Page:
This happened in Philadelphia, where the Eagles were hosting the Minnesota Vikings. (To the uninitiated, or to non-Americans, Monday Night Football is a television institution, a big football game broadcast nationwide.)

Here is what Gov. Rendell, a Democrat equipped with a folksy as well as populist streak, said:

We've become a nation of wusses. The Chinese are kicking our butt in everything … If this was in China do you think the Chinese would have called off the game? People would have been marching down to the stadium, they would have walked and they would have been doing calculus on the way down.

The next comment that illustrates the notion of China as a kind of existential competitor was made by President Obama. In his 2011 State of the Union address, he referred to China as basically a threat to the United States, not in a military sense, but rather, in the such areas as education, manufacturing, economics, job creation, clean energy and so on (He has often made similar points on the 2012 campaign trail.)

That was striking for an official presidential address — and it may have been the first time in American history that a President of the United States spoke about China not in the foreign policy section of the State of the Union address, but rather in the domestic policy section.

And then there was Newt Gingrich earlier this year. The former Speaker of the House of Representatives, a self-proclaimed futurist and history buff, made this comment in his run for the White House:

I do not want to be the country that having gotten to the moon first, turned around and said, 'It doesn't really matter, let the Chinese dominate space, what do we care?' I think that is a path of national decline, and I am for America being a great country, not a country in decline.

So he's talking about an enormous and significant domestic policy program — space — and a classic frontier on which modern America has defined its own greatness. But this proud American patriot and unrelenting America booster is now doing so with reference to the Chinese.

And then, most strikingly perhaps, here is a comment made by Gov. Romney, the Republican nominee for the 2012 presidential campaign, at the Defending the American Dream Summit in Washington, D.C:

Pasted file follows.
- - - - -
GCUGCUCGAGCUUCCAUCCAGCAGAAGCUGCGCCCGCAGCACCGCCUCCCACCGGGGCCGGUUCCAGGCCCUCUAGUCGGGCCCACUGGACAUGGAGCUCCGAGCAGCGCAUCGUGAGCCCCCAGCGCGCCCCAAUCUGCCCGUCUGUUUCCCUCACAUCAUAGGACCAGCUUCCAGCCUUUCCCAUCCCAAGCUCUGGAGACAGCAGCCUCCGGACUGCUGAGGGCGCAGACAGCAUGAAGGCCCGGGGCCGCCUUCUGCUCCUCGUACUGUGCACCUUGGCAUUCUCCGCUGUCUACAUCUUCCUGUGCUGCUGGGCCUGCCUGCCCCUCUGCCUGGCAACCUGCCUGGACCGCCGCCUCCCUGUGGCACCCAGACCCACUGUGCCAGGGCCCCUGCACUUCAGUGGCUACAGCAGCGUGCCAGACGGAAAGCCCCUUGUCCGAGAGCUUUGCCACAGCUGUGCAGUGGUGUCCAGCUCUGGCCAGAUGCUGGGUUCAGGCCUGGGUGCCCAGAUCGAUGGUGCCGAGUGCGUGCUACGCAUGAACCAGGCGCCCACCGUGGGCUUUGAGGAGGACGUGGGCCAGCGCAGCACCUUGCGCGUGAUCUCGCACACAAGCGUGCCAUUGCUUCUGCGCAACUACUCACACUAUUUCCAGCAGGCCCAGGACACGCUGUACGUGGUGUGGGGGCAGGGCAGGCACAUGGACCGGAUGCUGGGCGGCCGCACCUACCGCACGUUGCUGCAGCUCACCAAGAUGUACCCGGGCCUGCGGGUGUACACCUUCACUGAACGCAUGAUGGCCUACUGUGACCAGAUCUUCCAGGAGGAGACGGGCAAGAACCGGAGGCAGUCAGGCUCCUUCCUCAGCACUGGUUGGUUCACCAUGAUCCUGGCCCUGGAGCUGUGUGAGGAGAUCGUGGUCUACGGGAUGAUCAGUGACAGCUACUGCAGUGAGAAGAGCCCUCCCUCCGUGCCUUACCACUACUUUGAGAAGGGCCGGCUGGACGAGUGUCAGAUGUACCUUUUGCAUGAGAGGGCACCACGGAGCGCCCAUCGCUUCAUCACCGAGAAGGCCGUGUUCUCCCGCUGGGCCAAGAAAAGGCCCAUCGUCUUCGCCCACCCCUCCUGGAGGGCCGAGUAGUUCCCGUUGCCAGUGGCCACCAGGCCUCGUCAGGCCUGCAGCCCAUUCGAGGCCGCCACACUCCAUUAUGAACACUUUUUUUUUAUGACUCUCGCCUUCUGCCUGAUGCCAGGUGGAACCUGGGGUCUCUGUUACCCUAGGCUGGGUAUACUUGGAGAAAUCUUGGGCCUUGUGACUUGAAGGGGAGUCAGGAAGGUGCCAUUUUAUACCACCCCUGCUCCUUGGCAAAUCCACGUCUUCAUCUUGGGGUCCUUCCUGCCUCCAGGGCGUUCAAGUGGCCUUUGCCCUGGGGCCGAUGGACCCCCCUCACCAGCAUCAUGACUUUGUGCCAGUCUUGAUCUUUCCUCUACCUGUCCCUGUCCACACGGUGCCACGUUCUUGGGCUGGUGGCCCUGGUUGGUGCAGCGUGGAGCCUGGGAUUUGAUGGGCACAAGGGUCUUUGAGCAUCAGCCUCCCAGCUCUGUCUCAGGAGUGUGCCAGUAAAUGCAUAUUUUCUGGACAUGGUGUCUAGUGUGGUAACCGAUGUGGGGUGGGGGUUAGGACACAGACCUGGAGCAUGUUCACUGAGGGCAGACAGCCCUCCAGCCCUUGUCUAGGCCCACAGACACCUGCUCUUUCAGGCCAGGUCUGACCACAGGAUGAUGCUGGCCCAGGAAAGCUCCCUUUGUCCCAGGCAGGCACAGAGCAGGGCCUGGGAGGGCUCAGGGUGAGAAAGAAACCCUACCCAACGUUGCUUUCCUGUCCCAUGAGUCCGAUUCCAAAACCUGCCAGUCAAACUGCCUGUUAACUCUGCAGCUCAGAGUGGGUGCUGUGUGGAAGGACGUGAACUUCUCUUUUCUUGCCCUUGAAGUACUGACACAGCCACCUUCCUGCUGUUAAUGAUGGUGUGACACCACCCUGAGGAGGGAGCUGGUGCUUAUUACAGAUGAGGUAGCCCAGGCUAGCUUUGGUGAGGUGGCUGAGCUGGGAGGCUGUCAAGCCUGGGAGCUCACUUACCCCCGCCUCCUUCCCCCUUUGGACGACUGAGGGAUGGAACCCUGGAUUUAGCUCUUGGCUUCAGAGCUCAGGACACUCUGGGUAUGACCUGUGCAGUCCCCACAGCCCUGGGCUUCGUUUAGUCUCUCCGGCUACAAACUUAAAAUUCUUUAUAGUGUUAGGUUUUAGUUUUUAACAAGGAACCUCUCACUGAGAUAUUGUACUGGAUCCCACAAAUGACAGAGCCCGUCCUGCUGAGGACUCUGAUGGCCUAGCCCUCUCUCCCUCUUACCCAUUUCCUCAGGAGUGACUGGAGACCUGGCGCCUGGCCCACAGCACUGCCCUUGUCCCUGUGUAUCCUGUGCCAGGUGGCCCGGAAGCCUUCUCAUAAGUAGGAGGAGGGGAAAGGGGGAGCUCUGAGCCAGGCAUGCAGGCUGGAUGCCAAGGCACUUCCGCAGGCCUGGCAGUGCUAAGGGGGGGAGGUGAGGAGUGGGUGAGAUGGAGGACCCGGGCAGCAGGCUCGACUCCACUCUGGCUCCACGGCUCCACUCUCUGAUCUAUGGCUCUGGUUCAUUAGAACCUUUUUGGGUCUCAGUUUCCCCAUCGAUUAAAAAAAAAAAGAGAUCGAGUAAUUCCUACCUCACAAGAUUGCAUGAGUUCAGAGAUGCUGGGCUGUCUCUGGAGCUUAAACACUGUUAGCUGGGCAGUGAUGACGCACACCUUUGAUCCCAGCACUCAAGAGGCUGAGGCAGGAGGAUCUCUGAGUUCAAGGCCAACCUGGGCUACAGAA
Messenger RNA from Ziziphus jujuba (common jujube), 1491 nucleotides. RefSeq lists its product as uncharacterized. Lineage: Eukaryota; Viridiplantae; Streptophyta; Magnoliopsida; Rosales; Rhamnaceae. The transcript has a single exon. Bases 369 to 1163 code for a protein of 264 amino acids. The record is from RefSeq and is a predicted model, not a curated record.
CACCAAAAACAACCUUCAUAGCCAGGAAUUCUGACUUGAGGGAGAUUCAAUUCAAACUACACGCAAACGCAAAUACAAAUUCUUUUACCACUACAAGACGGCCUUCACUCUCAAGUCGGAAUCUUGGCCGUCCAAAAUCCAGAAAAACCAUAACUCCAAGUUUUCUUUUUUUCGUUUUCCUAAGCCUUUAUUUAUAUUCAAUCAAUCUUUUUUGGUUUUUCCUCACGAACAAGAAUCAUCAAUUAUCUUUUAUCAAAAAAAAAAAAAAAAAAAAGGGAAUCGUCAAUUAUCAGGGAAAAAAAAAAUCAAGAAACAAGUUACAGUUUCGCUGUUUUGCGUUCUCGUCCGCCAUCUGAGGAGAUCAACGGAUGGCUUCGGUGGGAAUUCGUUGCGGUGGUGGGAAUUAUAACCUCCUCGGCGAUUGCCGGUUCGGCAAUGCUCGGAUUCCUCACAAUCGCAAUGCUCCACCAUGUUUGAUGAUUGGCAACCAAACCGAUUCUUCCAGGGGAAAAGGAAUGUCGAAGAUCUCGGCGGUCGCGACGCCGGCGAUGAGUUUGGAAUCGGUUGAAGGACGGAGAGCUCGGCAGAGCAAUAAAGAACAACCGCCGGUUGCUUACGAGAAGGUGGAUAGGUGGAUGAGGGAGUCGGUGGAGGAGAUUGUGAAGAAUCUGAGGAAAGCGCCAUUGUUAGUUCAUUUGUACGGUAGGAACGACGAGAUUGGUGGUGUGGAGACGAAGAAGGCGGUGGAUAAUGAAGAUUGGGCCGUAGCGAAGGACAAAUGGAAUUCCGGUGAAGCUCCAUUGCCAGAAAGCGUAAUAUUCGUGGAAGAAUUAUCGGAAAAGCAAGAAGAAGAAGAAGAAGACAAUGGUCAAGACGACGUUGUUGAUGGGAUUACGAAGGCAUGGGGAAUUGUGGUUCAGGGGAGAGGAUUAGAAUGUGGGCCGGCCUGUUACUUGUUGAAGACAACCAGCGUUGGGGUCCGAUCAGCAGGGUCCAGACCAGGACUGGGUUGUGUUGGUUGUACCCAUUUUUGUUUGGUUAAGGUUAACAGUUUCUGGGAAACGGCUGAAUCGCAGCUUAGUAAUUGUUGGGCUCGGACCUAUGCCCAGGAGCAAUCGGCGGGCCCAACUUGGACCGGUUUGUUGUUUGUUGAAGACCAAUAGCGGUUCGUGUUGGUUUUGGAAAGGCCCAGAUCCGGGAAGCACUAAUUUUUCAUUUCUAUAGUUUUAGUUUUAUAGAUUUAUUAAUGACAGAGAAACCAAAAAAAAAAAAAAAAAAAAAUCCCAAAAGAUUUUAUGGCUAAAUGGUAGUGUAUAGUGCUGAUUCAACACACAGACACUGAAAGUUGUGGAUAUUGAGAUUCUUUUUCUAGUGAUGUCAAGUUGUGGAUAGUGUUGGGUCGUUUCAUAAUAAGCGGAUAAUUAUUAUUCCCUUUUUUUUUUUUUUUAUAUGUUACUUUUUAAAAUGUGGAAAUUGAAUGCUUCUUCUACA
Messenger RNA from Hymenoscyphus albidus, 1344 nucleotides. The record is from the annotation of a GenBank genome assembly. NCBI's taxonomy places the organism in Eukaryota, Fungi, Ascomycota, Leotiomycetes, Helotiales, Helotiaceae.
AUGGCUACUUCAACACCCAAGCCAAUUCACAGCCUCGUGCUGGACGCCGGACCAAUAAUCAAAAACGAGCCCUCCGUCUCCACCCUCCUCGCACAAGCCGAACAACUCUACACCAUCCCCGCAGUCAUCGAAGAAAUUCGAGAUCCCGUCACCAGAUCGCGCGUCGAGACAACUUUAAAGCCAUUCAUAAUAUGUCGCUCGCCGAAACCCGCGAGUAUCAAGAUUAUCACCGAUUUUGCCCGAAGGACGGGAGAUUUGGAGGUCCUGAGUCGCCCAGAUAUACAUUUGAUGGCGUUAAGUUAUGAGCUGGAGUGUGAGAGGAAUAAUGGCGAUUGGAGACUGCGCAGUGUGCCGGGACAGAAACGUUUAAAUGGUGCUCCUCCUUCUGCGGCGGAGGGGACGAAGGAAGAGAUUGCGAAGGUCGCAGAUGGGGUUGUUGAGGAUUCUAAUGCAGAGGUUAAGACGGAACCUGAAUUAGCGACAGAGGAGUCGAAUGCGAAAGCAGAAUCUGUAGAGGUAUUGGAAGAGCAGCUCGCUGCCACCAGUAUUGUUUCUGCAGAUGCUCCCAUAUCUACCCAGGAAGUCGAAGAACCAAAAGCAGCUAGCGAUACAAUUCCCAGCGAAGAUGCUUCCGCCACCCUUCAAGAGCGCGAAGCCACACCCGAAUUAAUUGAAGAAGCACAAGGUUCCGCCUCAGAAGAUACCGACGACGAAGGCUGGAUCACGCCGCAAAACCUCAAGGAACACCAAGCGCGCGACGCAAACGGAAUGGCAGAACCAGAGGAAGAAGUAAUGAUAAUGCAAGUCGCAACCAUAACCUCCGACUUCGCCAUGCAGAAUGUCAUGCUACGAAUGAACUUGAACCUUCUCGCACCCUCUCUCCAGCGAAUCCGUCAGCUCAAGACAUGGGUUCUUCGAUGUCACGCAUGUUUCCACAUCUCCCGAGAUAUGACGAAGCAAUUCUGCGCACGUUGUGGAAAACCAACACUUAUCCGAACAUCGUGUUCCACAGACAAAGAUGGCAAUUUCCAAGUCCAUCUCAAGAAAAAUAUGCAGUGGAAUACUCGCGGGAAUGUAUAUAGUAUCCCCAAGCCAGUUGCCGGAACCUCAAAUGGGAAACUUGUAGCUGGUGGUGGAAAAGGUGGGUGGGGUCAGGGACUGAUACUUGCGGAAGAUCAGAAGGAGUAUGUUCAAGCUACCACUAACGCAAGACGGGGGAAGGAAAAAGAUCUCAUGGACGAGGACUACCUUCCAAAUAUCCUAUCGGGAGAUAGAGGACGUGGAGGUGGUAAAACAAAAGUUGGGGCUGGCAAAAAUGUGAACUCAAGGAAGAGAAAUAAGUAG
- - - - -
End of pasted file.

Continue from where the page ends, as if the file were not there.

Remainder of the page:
For each program that we have in the government, I'm going to look at them one by one. I'm going to ask this question: Is this program so critical, so essential, that we should borrow money from China to pay for it?

Gov. Romney doubled down on this statement in his debates with President Obama, giving this viewpoint even greater exposure to the American electorate.

Now, in my recollection of U.S. presidential contests, I have never heard a candidate for the office before Gov. Romney measure all federal spending dollars against the China test. Is it worth borrowing from China or is it not? That, I would suggest, demonstrates just how deeply China has gotten into the American psyche and under our skin.

China is no longer just about human rights in American eyes nor, oddly enough, even about foreign policy. Now, China is invoked as a presumed existential competitor to the United States.

Americans no longer feel China can be compartmentalized or pushed to the side of presidential discourse. Instead, China has become a proxy for all that is ostensibly wrong with the United States.

We have moved, in short, from a narrative of "they don't share our values" to "they're eating our lunch." We have moved from a narrative of "they're different from us" to "they're beating us." And that is going to complicate the relationship.

China and the United States are not preordained to be either friends or foes. It will take effort to make them the former rather than the latter. Given the political season here in the United States — to say nothing of the political season in China — that work promises to become quite a bit more complicated from late 2012 onward.

Click here to read this column at The Globalist.